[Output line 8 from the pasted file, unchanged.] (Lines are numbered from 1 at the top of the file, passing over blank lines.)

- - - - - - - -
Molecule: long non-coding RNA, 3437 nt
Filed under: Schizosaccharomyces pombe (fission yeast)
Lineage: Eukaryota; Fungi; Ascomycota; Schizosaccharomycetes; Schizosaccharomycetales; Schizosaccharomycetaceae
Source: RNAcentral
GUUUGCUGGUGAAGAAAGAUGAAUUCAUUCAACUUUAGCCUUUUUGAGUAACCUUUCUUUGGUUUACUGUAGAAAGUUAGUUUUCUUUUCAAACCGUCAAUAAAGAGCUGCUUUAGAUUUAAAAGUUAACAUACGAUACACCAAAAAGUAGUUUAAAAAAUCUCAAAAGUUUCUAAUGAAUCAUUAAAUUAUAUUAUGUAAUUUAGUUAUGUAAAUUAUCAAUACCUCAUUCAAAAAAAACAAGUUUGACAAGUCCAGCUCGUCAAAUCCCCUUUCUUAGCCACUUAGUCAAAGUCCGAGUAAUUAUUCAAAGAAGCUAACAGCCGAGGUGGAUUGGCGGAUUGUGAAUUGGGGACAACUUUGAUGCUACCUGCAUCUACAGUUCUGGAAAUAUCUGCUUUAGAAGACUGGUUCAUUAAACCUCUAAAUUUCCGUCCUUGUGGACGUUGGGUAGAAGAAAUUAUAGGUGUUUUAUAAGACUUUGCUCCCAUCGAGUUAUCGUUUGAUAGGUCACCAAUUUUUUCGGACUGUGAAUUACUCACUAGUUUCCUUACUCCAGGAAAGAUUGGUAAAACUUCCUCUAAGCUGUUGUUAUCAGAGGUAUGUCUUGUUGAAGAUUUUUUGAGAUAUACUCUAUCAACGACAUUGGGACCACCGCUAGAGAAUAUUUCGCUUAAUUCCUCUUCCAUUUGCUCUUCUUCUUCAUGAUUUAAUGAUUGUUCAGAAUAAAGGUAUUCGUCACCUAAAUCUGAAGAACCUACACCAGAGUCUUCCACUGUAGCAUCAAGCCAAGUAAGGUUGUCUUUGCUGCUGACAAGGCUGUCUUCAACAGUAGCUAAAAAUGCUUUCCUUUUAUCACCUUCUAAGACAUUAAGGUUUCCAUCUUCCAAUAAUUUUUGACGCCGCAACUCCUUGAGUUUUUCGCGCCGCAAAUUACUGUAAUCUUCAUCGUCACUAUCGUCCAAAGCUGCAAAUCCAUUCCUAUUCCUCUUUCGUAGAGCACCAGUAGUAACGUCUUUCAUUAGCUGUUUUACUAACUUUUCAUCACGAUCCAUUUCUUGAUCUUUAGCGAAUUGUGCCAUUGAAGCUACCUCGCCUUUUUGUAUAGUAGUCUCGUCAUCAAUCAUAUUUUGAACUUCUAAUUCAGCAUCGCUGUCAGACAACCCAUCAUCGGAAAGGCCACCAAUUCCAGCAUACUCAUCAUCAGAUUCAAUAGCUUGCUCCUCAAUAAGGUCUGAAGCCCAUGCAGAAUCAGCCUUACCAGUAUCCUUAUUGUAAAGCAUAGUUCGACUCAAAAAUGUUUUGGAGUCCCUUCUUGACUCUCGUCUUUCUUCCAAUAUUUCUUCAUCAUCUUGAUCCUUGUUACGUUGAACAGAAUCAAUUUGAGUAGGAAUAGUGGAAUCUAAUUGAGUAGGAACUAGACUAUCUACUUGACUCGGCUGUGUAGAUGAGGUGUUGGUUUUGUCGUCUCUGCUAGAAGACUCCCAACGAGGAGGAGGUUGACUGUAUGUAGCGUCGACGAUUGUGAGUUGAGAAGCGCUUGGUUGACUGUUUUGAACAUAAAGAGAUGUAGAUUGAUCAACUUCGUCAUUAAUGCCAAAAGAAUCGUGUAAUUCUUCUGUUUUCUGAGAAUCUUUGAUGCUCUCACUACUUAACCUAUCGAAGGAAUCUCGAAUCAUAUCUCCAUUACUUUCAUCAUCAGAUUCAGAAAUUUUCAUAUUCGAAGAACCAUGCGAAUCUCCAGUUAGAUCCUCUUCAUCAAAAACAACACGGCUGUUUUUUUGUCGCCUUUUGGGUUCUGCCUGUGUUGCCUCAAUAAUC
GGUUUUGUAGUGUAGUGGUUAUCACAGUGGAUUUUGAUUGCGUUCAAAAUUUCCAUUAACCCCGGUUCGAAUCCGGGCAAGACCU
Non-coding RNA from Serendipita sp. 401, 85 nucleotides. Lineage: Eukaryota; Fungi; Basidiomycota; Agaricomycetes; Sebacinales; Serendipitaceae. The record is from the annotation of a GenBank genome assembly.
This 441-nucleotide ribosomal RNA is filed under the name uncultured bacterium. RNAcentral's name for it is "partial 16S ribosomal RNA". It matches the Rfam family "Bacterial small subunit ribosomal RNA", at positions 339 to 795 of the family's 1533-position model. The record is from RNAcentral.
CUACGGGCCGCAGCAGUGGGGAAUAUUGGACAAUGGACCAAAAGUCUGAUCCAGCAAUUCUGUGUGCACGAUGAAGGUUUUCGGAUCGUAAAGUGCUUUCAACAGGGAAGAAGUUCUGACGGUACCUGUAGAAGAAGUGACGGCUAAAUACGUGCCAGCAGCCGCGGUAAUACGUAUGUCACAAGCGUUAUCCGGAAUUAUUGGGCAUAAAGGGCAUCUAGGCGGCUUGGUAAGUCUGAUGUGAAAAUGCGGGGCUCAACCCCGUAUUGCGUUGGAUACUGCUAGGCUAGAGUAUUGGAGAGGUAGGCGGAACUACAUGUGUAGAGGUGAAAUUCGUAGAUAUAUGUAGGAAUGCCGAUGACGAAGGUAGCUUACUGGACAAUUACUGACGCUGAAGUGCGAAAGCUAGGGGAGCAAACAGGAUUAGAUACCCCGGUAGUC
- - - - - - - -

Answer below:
This 441-nucleotide ribosomal RNA is filed under the name uncultured bacterium. RNAcentral's name for it is "partial 16S ribosomal RNA". It matches the Rfam family "Bacterial small subunit ribosomal RNA", at positions 339 to 795 of the family's 1533-position model. The record is from RNAcentral.